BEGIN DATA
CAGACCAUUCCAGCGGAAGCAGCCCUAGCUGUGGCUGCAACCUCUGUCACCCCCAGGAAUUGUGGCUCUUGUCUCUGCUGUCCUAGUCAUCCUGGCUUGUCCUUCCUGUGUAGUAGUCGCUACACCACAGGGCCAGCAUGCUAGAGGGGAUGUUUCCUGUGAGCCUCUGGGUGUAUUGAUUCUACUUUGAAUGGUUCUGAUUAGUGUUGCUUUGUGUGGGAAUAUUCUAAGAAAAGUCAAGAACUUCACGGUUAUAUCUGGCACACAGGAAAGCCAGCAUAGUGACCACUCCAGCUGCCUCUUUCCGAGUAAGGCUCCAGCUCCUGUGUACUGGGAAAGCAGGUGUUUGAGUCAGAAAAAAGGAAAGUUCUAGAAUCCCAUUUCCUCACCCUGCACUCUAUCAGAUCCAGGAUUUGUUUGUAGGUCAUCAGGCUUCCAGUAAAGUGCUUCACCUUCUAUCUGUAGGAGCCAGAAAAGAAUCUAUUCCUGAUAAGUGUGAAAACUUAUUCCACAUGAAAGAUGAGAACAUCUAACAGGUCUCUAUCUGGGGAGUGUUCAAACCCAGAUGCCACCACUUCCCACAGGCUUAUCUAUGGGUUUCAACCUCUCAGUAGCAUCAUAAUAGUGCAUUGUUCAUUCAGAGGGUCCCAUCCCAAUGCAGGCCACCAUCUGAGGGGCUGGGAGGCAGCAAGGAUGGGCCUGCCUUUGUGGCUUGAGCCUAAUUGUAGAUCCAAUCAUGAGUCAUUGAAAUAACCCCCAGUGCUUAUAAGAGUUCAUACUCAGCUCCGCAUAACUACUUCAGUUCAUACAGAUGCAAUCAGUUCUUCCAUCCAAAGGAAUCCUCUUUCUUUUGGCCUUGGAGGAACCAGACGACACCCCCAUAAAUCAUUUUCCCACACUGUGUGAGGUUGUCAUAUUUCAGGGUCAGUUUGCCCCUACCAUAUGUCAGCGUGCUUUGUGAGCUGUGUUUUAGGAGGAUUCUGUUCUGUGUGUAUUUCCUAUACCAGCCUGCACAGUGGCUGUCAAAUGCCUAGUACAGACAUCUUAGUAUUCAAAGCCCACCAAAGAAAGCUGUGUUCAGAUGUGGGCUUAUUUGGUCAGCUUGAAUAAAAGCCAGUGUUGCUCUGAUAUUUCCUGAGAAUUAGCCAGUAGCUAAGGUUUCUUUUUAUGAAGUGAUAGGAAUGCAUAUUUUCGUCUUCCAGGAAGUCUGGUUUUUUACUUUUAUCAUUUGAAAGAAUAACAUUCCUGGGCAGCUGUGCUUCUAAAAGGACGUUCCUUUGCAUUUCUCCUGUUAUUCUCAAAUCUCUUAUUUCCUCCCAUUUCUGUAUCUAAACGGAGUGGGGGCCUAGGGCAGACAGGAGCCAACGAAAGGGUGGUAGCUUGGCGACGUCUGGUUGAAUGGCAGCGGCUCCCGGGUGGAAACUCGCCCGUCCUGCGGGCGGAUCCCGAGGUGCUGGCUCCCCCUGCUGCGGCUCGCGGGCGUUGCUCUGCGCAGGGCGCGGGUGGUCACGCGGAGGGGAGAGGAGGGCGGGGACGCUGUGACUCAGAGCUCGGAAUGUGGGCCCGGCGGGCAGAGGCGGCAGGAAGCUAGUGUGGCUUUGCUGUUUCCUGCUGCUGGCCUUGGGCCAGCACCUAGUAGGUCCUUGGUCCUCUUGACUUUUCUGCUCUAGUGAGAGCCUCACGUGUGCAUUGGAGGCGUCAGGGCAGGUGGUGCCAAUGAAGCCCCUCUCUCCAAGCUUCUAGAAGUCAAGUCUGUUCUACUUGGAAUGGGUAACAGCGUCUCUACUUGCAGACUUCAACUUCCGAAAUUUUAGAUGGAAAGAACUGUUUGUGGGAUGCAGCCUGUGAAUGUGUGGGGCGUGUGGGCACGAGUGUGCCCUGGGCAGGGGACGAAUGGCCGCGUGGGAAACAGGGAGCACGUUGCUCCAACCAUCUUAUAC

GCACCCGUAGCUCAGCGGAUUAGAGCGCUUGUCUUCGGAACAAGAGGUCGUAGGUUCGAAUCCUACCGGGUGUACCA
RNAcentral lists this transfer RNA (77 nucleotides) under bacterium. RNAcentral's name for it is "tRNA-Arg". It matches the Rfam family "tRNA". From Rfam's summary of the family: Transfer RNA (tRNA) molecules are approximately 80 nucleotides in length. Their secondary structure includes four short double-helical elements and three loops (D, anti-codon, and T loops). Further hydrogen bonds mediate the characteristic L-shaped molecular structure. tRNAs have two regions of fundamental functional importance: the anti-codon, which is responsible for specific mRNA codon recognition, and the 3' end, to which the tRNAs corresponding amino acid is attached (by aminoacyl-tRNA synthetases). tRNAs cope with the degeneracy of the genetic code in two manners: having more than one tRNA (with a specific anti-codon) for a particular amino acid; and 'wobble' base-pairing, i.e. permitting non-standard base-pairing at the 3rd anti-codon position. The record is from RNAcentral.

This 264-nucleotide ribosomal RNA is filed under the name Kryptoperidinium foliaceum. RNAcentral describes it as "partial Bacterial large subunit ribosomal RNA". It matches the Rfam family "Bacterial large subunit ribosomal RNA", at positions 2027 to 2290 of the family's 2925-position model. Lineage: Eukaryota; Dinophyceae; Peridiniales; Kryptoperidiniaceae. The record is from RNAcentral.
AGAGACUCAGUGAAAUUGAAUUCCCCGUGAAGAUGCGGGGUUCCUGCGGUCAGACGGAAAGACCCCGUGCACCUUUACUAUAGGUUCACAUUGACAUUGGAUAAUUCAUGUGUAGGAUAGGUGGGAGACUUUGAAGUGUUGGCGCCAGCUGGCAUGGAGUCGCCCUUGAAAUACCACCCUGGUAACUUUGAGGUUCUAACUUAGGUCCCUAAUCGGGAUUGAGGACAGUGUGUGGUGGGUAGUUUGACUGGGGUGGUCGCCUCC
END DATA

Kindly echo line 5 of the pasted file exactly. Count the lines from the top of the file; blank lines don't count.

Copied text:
AGAGACUCAGUGAAAUUGAAUUCCCCGUGAAGAUGCGGGGUUCCUGCGGUCAGACGGAAAGACCCCGUGCACCUUUACUAUAGGUUCACAUUGACAUUGGAUAAUUCAUGUGUAGGAUAGGUGGGAGACUUUGAAGUGUUGGCGCCAGCUGGCAUGGAGUCGCCCUUGAAAUACCACCCUGGUAACUUUGAGGUUCUAACUUAGGUCCCUAAUCGGGAUUGAGGACAGUGUGUGGUGGGUAGUUUGACUGGGGUGGUCGCCUCC